The table below highlights the predicament using five CEP schools in Ohio as examples. As you can see, all of these schools reported 100 percent ED rates in 2017–18 as a result of CEP participation. But their “true” rates of disadvantaged students are almost certainly much lower. Assuming similar enrollment patterns compared to the year prior to CEP adoption—a reasonable assumption given slightly declining—the schools’ actual ED enrollments are anywhere from 23 to 74 percentage points lower than what’s reported.
Table 1: Illustration of how the Community Eligibility Provision affects data on economically disadvantaged students
Statistical imprecision might be of minimal concern if CEP schools were few and far between. But as Figure 1 shows, a sizeable portion of Ohio schools participate—nearly 1,000 out of roughly 3,300 public schools statewide. These schools are spread across Ohio’s less affluent cities, inner-ring suburbs, small towns, and rural areas. In fact, ninety-two of Ohio’s 610 districts have at least one CEP participating school, though a disproportionate number are located in big-city districts like Cleveland and Columbus.
Figure 1: Number of schools participating in the Community Eligibility Provision
Source:. Note: This figure includes any institution that participates in CEP. The vast majority of the CEP schools are district or charter, with a handful—about fifty per year—being nonpublic schools or programs operated by regional ESCs, career-tech centers, or county boards of developmental disabilities. The first year in which ODE records CEP participation was 2012–13.
To get a rough sense of “miscounted” students statewide, I estimate the total number of non-ED students who are deemed ED by virtue of CEP. To do this, the 2011–12 ED rates—the year just before any Ohio school participated in CEP—serve as a proxy for schools’ “true” ED rates. Given the proximity of 2011–12 to the Great Recession, those data are likely higher than the ED rates today and produces a conservative estimate of the impact of CEP.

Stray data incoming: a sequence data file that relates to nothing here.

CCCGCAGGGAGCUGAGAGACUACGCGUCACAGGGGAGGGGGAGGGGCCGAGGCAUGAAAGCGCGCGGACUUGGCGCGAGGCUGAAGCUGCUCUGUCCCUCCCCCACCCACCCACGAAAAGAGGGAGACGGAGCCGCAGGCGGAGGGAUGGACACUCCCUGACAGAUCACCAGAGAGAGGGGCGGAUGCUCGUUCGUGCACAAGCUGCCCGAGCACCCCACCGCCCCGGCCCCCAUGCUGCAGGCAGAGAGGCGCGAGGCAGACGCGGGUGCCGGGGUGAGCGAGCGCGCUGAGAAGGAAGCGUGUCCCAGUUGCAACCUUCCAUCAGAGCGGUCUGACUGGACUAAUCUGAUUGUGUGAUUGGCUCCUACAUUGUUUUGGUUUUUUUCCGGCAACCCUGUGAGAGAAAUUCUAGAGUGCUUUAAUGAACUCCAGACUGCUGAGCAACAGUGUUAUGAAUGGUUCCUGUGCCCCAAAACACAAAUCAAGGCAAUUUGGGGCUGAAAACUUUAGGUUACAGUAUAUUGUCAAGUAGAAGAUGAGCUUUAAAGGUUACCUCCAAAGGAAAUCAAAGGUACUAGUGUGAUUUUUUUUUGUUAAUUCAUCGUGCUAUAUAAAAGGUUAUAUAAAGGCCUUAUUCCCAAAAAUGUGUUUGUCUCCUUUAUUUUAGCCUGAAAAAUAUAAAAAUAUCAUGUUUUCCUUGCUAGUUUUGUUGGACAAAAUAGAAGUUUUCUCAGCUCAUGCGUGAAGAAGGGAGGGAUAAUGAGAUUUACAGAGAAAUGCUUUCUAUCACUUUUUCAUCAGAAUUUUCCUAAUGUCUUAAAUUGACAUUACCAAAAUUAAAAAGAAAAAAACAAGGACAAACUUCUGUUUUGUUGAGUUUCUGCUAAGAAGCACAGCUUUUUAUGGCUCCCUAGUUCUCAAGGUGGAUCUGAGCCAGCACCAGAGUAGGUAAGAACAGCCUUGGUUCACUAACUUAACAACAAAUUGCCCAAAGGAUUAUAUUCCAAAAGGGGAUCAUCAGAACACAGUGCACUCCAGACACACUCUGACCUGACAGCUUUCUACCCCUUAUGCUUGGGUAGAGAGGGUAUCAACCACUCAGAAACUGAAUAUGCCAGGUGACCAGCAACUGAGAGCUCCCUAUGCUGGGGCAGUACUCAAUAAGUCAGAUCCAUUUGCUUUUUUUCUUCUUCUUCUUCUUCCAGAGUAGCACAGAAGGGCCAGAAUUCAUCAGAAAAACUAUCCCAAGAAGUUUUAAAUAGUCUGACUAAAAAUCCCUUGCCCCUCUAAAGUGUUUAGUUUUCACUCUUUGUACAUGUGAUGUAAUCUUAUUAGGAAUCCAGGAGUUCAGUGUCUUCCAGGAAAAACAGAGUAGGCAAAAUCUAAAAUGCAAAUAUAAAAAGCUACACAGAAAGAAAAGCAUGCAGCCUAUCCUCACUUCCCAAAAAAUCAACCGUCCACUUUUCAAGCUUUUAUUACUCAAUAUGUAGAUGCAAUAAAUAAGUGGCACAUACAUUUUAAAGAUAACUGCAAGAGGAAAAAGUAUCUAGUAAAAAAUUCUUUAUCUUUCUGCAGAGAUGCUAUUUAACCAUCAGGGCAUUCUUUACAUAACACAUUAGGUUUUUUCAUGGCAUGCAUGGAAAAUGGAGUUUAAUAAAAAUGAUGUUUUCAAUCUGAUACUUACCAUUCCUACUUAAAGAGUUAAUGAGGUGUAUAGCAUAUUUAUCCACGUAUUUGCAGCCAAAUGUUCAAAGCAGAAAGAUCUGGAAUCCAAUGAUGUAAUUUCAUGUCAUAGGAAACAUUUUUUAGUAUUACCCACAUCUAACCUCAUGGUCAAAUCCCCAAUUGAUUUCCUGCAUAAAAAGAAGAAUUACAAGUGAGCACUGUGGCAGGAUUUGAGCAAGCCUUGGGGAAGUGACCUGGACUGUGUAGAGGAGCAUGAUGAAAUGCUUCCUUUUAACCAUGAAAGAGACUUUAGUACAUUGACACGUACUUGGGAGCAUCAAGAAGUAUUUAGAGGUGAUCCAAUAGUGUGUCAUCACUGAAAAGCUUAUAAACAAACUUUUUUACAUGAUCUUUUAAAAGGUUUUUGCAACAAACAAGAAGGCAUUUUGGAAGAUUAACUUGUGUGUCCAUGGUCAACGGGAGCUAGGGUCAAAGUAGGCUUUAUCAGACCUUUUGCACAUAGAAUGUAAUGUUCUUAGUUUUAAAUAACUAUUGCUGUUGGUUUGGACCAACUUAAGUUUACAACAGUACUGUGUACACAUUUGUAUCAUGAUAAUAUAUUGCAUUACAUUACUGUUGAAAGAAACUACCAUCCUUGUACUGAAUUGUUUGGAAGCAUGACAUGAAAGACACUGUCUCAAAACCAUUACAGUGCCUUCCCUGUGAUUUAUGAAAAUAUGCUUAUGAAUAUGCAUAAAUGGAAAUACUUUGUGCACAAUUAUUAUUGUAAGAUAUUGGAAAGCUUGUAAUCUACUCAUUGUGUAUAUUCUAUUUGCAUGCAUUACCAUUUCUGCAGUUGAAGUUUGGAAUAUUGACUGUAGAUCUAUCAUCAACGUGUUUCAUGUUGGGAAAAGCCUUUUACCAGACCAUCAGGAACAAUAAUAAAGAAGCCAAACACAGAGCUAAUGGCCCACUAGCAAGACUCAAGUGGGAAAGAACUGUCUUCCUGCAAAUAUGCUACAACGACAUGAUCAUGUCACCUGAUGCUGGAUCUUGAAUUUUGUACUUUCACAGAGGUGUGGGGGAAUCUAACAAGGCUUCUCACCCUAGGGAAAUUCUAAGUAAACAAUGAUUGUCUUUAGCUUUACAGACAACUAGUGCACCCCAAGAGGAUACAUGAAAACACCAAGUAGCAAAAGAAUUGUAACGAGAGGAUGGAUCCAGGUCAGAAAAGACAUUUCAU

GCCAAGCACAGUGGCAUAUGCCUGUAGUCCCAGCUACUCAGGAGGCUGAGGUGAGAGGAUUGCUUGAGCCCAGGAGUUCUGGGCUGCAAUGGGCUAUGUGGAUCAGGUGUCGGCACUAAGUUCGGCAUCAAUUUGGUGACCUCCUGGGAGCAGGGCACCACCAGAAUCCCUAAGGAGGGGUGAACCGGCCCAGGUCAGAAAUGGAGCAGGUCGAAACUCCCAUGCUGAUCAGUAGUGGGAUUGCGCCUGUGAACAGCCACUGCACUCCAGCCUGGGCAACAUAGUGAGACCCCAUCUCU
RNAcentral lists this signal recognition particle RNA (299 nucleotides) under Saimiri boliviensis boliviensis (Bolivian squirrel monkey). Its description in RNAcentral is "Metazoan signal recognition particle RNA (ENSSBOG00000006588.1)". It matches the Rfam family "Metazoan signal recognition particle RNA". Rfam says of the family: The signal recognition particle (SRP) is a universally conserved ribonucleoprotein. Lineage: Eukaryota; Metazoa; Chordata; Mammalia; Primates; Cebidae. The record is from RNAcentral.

Assuming the FY 2012 ED rate more reliably captures current student poverty rates, ED enrollment in CEP schools is thus inflated by about 65,000 students—about the size of Cincinnati and Toledo districts combined. This has ramifications for state funding: Under the, higher poverty districts receive about $800 to $1,000 in additional funding per ED pupil. If CEP inflates ED counts by about 65,000 students, roughly $50 to $65 million per year is now being misdirected.
Table 2: Estimating how many non-disadvantaged students attend CEP schools based on FY 2012 data
Notes: Almost all CEP schools’ ED rates are reported as 100 percent (in ODE data as “>95”, which I impute as 100 percent), though forty-eight schools had rates below 95 percent, mostly between 90 and 95. A total of 837 schools are included in this analysis—161 CEP schools are excluded due to not being district or charter schools, not having ED data from FY 2012, or not having pupil enrollment data in FY 2018. The average ED rates across CEP schools for FY 2018 and 2012 are weighted by each school’s FY 2018 total enrollments.
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Analysts like the Urban Institute’sand our own have raised concerns about the impact of unreliable poverty data on research and accountability systems. CEP’s effects are also felt in the realm of school funding. As state legislators seek to effectively target resources to students who need them most, they need a more reliable method of counting poor students. As we at and have suggested, a promising way forward is to use direct certification data to track low-income students. Such a move would be fraught with challenges, but fortunately other states are also tackling the problem so Ohio wouldn’t be going it alone.
In a follow-up piece, I’ll consider how state policymakers could carefully make this transition in the years ahead. Stay tuned.